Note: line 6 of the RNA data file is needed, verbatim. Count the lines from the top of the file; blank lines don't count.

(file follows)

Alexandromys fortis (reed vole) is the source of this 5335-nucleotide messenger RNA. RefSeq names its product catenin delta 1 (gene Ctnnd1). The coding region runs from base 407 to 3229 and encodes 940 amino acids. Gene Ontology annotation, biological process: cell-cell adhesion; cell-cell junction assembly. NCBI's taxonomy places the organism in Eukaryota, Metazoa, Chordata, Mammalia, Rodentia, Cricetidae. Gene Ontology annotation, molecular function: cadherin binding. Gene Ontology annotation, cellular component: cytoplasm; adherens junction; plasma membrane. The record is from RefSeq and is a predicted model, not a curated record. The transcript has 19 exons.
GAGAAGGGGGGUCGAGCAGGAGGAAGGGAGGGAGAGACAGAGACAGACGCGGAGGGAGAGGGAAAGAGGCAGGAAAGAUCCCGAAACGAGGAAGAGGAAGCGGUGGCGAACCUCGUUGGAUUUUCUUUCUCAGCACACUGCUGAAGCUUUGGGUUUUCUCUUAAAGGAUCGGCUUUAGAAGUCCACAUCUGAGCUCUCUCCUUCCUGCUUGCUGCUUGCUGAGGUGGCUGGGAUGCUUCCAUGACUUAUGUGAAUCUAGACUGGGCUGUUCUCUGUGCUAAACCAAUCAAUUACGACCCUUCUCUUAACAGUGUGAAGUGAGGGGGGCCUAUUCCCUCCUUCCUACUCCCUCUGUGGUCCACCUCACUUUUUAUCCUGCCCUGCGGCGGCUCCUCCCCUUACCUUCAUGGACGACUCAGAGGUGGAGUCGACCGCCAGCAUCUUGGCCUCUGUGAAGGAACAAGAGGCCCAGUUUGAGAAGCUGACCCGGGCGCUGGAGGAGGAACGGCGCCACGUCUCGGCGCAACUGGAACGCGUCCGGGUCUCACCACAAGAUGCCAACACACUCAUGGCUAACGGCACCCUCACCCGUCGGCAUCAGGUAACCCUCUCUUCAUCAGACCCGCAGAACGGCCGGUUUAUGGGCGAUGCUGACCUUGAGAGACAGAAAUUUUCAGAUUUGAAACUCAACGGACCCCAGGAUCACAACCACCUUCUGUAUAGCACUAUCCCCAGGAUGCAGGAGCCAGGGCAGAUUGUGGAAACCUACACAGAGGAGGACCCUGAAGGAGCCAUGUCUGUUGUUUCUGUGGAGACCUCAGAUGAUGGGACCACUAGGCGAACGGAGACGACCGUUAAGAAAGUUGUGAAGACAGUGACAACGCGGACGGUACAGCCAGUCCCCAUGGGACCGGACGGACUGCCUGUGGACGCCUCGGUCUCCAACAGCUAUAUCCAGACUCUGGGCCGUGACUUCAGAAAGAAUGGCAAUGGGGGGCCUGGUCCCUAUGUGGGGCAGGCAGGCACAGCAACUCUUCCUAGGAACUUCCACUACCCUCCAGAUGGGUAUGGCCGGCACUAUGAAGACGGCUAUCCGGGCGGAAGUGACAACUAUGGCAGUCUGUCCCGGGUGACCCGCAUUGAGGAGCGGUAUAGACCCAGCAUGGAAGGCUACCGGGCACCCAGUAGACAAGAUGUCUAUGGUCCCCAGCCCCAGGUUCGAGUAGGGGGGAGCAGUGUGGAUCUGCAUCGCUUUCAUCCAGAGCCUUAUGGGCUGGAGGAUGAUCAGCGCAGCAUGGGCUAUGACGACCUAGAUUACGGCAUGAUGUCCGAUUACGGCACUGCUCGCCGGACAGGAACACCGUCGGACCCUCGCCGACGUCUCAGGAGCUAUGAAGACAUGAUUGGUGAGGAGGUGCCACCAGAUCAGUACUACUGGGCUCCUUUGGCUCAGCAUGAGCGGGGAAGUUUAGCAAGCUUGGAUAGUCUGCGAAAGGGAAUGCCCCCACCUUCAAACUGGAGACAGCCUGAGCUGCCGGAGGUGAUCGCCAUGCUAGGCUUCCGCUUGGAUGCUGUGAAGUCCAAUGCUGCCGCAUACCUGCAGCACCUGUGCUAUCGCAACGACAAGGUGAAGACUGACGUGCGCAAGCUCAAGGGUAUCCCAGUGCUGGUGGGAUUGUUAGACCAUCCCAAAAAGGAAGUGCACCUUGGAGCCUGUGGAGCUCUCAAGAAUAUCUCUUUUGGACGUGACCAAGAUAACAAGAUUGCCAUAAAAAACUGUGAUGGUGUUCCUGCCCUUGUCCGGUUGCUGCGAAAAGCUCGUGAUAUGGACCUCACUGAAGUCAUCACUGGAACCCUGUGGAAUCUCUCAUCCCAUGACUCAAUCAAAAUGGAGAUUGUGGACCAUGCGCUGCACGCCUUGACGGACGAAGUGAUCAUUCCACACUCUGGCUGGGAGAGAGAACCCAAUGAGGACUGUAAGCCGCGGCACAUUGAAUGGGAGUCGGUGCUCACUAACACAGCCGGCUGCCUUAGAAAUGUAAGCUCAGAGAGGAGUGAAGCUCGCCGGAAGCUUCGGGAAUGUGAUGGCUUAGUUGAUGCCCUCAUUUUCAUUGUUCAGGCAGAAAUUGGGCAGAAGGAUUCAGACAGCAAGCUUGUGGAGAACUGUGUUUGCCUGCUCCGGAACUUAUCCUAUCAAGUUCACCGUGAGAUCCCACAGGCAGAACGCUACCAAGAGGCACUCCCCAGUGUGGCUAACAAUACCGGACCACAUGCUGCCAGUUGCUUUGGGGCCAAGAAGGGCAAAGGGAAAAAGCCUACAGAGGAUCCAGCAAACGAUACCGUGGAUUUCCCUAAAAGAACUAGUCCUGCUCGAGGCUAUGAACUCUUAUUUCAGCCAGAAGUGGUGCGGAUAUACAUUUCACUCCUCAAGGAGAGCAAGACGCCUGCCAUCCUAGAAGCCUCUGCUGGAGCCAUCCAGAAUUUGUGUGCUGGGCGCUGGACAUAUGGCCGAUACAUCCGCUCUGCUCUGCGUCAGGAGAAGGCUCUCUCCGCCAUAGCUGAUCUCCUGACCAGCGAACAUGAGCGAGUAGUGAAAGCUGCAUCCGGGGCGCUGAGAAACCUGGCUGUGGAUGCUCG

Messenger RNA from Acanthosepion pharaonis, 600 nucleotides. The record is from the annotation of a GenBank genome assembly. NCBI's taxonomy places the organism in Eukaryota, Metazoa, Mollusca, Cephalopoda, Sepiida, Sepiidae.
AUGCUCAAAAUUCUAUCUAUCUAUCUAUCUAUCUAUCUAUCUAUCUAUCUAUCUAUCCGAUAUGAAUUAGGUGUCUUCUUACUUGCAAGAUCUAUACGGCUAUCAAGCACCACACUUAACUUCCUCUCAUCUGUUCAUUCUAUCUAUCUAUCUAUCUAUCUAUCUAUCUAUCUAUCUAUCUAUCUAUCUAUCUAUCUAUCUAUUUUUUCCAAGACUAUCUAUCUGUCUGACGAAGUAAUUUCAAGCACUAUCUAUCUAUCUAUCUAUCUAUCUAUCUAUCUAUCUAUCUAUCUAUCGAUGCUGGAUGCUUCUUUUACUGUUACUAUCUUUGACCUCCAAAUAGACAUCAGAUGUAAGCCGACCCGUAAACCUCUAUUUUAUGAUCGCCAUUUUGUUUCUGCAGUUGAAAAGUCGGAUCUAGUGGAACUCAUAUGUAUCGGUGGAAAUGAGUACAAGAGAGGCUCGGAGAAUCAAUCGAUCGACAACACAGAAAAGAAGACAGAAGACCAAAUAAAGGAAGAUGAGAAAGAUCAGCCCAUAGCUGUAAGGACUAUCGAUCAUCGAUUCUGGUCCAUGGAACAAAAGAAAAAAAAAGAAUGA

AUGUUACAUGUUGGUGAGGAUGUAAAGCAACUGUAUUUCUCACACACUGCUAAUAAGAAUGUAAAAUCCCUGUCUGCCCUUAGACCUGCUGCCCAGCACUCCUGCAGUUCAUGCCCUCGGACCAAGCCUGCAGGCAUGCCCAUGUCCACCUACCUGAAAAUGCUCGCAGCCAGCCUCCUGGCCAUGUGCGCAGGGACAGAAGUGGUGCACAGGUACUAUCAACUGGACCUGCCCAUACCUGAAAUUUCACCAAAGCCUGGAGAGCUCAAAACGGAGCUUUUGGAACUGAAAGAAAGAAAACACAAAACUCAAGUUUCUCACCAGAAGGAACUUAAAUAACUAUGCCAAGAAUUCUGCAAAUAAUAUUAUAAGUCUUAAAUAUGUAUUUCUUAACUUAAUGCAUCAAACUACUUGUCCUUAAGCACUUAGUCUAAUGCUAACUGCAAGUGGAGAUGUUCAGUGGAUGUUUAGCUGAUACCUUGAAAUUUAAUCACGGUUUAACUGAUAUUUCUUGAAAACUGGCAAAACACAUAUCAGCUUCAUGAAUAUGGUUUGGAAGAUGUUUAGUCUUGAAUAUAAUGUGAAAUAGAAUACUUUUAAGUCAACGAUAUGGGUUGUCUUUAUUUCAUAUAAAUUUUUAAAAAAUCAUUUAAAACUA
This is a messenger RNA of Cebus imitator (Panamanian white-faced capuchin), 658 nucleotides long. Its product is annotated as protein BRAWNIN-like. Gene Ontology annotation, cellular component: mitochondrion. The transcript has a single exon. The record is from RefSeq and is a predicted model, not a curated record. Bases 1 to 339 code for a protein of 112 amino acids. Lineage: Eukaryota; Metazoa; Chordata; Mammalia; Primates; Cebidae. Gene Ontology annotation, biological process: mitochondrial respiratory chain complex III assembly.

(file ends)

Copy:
This is a messenger RNA of Cebus imitator (Panamanian white-faced capuchin), 658 nucleotides long. Its product is annotated as protein BRAWNIN-like. Gene Ontology annotation, cellular component: mitochondrion. The transcript has a single exon. The record is from RefSeq and is a predicted model, not a curated record. Bases 1 to 339 code for a protein of 112 amino acids. Lineage: Eukaryota; Metazoa; Chordata; Mammalia; Primates; Cebidae. Gene Ontology annotation, biological process: mitochondrial respiratory chain complex III assembly.